International tribunal convicts former Khmer Rouge leaders of genocide
© WikiMedia (Extraordinary Chambers in the Courts of Cambodia)

International tribunal convicts former Khmer Rouge leaders of genocide

The Extraordinary Chambers in the Courts of Cambodia, a Cambodian court that receives aid through the UN, convicted Nuon Chea and Khieu Samphan of genocide, crimes against humanity, and other violations of the Geneva Convention on Friday. 

The crimes were committed during Cambodia’s Democratic Kampuchea period from April 1975 to January 1979.

The court referred to Nuon, the former Deputy Secretary of the Communist Party of Kampuchea (CPK), as Pol Pot’s “right hand.” The court found Khieu, the former Head of State of Democratic Kampuchea, “to have encouraged, incited, and legitimised criminal policies and to have made a significant contribution to crimes committed by CPK cadres.”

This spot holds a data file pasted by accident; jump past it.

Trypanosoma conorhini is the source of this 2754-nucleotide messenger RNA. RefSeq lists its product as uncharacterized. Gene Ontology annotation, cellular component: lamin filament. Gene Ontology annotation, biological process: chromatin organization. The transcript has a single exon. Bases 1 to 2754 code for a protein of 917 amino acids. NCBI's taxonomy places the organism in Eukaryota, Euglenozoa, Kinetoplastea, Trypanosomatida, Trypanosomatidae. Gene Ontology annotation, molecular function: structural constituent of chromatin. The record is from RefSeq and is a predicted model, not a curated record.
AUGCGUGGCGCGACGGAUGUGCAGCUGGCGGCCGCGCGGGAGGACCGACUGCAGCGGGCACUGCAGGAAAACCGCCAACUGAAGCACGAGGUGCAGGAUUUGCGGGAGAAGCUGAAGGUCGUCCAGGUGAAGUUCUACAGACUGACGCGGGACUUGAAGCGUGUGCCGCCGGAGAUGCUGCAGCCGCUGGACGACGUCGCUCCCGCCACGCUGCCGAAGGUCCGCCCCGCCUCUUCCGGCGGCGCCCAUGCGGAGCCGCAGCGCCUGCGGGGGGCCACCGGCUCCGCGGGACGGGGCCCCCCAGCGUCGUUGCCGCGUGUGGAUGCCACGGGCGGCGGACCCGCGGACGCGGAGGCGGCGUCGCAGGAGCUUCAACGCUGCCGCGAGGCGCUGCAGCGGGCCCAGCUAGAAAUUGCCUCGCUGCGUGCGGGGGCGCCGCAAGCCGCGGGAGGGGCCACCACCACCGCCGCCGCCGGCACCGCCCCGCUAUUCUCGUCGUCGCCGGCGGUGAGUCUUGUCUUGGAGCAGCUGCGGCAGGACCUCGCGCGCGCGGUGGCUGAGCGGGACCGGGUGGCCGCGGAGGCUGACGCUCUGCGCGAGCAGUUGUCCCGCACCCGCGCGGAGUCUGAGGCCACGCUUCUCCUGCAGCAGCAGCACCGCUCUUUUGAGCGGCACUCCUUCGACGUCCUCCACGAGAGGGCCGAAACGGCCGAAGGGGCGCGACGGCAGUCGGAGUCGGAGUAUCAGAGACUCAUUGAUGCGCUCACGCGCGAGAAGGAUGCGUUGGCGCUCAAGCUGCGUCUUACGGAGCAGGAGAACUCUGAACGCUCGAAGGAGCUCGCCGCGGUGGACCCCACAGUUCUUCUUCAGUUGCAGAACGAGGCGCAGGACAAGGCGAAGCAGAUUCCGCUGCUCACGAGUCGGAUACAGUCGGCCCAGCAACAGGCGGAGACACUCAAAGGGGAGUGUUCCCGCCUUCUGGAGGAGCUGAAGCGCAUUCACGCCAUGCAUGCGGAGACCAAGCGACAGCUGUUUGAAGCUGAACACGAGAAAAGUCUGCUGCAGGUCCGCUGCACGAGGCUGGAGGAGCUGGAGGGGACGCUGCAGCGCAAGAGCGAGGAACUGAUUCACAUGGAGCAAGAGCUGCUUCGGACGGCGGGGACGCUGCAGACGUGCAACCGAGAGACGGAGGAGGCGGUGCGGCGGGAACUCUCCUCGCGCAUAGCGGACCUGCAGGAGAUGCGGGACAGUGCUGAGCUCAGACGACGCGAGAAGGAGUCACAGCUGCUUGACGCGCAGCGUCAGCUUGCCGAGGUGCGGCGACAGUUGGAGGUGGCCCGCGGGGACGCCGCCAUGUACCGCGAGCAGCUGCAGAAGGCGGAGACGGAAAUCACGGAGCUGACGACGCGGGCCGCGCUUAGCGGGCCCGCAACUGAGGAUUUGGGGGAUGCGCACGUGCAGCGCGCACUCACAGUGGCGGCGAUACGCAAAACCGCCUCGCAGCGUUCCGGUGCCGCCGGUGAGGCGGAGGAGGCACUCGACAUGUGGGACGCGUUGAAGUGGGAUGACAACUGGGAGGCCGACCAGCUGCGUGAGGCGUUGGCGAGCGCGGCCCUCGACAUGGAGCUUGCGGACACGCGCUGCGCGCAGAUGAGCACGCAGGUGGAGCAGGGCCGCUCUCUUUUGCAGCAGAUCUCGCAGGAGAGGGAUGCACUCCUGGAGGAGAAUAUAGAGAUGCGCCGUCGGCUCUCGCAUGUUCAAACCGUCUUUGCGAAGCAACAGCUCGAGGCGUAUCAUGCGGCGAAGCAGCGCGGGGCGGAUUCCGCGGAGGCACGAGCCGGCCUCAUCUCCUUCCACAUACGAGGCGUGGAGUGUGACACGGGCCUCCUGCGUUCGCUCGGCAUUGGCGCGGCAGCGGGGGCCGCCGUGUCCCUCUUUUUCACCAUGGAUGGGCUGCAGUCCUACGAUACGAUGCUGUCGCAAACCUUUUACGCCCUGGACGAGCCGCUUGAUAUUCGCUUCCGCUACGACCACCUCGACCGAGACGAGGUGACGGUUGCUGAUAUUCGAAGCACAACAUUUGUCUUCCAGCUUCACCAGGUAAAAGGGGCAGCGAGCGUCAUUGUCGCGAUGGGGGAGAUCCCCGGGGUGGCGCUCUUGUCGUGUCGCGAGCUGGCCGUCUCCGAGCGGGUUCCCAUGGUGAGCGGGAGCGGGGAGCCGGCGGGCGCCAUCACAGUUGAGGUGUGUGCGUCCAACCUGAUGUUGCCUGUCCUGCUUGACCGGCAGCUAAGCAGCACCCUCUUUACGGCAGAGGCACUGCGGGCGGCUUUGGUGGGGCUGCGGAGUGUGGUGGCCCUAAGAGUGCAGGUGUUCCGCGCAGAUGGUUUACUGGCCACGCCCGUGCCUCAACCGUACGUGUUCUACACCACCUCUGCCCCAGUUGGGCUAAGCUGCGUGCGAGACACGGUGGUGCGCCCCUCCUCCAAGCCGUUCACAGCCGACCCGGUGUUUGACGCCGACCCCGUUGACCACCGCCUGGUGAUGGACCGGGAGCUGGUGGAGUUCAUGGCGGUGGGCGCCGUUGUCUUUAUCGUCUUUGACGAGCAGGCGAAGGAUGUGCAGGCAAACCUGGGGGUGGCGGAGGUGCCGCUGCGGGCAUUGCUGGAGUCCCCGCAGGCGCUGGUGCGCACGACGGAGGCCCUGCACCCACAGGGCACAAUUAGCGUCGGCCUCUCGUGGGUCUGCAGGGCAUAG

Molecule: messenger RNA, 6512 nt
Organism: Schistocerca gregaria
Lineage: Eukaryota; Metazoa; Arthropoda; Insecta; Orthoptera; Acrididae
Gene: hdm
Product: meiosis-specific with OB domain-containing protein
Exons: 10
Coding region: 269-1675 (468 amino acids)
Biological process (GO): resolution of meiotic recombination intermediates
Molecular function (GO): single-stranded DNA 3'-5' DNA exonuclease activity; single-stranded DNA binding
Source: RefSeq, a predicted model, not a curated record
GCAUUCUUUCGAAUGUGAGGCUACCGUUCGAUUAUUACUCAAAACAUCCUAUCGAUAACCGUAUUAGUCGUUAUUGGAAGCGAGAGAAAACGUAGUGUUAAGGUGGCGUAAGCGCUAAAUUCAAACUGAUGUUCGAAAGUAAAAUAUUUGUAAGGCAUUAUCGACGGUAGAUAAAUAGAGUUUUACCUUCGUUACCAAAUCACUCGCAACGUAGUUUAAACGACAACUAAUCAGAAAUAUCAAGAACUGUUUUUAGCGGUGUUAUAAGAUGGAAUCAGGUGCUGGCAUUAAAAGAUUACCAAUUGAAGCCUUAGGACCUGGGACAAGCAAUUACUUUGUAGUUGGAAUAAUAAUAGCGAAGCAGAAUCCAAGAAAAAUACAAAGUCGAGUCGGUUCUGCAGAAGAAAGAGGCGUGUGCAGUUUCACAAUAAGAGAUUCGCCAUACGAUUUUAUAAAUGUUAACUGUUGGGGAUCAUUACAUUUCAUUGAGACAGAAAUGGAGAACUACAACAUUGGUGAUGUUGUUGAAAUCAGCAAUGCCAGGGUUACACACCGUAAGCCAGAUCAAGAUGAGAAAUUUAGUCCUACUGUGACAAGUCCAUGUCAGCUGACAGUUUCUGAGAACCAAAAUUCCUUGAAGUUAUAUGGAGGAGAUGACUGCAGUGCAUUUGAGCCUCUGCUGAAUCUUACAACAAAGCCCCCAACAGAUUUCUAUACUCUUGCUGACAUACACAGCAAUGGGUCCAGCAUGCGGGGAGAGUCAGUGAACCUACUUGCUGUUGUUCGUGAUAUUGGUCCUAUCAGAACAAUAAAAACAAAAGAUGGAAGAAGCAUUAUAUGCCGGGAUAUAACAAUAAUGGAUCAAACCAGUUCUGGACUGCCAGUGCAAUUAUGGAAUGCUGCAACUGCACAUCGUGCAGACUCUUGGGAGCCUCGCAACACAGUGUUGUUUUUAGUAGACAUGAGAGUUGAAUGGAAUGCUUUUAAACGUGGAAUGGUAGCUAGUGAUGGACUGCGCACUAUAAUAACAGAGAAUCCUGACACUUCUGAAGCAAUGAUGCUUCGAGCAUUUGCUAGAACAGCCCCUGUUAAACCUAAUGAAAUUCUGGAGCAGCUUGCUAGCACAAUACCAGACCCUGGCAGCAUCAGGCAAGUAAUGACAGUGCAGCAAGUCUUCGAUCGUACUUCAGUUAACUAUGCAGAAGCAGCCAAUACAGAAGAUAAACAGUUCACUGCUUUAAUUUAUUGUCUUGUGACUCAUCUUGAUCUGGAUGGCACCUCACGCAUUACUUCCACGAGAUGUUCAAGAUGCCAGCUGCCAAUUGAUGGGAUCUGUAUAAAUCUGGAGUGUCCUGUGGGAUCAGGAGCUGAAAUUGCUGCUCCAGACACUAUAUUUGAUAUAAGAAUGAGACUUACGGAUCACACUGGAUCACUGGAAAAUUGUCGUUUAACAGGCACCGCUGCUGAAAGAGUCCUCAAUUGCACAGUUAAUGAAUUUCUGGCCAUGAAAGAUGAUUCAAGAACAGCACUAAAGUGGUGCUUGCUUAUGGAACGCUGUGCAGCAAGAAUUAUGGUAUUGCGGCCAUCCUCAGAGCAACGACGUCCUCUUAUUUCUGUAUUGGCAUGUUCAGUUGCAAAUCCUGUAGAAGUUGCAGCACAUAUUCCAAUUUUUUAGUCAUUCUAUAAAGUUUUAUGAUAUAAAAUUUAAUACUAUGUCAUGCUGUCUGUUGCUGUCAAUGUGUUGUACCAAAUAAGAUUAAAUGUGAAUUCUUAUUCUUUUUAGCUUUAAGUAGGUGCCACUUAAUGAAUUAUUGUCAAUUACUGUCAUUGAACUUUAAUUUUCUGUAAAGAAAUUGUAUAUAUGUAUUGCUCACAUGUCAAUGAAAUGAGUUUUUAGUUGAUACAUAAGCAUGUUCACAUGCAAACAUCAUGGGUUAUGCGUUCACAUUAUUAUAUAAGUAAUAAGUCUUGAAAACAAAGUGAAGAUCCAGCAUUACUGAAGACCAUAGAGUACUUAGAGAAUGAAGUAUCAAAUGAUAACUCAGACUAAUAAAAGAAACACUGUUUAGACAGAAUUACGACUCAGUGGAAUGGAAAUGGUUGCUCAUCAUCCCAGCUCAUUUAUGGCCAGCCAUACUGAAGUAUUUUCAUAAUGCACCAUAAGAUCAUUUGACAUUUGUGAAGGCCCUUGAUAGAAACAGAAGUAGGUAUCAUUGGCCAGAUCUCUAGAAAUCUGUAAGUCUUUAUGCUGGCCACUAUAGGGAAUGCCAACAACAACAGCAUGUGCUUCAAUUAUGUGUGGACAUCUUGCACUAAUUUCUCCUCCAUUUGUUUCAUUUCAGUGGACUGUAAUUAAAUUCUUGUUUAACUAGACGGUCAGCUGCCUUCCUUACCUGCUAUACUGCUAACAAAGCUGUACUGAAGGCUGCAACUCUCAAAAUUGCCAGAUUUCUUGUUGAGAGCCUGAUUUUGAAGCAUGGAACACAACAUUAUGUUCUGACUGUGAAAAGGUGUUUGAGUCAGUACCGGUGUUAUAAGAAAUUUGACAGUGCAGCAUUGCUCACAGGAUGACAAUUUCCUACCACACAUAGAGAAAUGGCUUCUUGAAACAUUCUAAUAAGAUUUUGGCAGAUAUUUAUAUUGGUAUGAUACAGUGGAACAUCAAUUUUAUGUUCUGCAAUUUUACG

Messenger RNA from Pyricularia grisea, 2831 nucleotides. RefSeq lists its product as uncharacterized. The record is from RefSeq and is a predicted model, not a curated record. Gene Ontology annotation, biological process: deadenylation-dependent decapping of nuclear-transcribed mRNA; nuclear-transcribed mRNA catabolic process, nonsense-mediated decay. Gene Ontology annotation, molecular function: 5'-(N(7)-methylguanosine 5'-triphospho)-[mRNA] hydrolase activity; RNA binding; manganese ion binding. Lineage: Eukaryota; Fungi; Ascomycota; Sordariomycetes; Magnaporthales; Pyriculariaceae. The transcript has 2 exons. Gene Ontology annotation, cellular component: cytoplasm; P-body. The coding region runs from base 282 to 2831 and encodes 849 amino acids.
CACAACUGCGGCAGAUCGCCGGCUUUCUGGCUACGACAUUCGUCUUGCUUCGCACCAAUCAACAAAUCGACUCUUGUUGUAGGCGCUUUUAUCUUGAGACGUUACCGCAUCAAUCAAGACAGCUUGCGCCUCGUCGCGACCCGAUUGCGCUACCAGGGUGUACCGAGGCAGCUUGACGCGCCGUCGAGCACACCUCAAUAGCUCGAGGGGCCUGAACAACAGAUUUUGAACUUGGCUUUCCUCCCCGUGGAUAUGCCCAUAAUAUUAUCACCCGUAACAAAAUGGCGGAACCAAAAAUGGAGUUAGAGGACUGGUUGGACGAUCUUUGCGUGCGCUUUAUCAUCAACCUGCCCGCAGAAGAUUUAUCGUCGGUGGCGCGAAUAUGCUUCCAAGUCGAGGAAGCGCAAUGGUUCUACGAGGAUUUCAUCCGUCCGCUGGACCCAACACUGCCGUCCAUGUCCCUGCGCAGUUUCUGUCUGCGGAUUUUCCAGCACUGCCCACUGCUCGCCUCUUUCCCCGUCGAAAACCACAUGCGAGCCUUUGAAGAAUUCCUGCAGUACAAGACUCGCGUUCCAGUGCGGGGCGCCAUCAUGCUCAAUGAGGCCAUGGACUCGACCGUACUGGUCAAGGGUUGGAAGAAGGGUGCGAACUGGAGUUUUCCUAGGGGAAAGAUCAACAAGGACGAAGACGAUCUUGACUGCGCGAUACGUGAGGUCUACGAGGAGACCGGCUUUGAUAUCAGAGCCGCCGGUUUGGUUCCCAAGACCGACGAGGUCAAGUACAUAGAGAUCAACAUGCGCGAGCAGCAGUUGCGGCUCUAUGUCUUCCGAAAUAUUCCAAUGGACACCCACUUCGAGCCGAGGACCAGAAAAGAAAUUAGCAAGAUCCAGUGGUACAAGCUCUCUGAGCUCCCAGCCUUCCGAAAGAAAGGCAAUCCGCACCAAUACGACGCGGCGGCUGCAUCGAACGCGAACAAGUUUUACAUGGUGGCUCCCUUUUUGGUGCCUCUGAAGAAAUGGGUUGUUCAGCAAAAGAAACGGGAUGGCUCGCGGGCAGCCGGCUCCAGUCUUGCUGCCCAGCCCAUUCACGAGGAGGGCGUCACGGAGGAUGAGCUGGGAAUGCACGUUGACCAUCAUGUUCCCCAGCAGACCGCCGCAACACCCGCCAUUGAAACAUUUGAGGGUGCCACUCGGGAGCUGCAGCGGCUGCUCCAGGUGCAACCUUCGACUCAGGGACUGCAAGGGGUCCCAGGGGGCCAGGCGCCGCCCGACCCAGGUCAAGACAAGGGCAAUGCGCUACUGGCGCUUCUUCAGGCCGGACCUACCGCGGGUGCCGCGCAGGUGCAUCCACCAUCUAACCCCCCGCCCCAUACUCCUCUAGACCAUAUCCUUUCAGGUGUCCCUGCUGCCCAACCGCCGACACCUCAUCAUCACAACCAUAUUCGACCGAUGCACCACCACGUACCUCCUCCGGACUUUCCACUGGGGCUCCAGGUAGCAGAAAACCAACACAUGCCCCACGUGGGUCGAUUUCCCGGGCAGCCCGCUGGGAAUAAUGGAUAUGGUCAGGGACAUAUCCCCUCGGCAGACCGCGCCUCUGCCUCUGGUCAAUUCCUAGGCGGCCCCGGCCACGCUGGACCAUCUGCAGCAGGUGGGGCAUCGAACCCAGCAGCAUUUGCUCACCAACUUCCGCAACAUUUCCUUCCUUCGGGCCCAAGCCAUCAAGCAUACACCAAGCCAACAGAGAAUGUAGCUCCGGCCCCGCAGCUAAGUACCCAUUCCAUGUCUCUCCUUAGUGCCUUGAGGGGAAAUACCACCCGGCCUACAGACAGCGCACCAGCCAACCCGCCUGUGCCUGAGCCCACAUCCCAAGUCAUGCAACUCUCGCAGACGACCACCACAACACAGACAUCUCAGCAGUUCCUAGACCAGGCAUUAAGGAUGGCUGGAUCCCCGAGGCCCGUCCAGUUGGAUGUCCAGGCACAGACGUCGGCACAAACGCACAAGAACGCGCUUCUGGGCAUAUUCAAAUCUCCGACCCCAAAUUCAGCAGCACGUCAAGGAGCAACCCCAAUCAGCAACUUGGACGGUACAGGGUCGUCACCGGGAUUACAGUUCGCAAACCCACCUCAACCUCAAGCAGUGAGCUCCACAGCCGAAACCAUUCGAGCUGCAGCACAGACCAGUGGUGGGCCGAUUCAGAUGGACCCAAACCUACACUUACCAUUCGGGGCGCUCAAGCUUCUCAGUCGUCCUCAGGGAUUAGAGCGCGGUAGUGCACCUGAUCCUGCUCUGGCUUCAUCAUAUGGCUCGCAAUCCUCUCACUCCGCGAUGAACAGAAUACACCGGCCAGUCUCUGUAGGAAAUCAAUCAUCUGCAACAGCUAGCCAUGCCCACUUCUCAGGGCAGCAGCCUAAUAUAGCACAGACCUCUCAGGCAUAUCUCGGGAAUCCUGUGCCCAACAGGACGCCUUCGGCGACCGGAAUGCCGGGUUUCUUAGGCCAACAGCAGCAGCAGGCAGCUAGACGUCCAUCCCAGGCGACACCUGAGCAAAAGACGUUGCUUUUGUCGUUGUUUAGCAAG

The court convicted both Nuon and Khieu of genocide against the ethnic Vietnamese people. Nuon was also convicted of genocide against the Muslim Cham people. Both defendants were convicted of crimes against humanity, and other inhumane acts of attacks against human dignity. Their actions included the murder, enslavement, enforced disappearance, religious persecution and forced marriage of their victims.

The tribunal sentenced Nuon and Khieu to life imprisonment.

This is the first time a tribunal has declared the Khmer Rouge’s actions in Cambodia to be a genocide. A fifth of Cambodia’s population died under the Khmer Rouge.

Nuon and Khieu are the second and third people to be convicted by the tribunal, which has received criticism for its delays.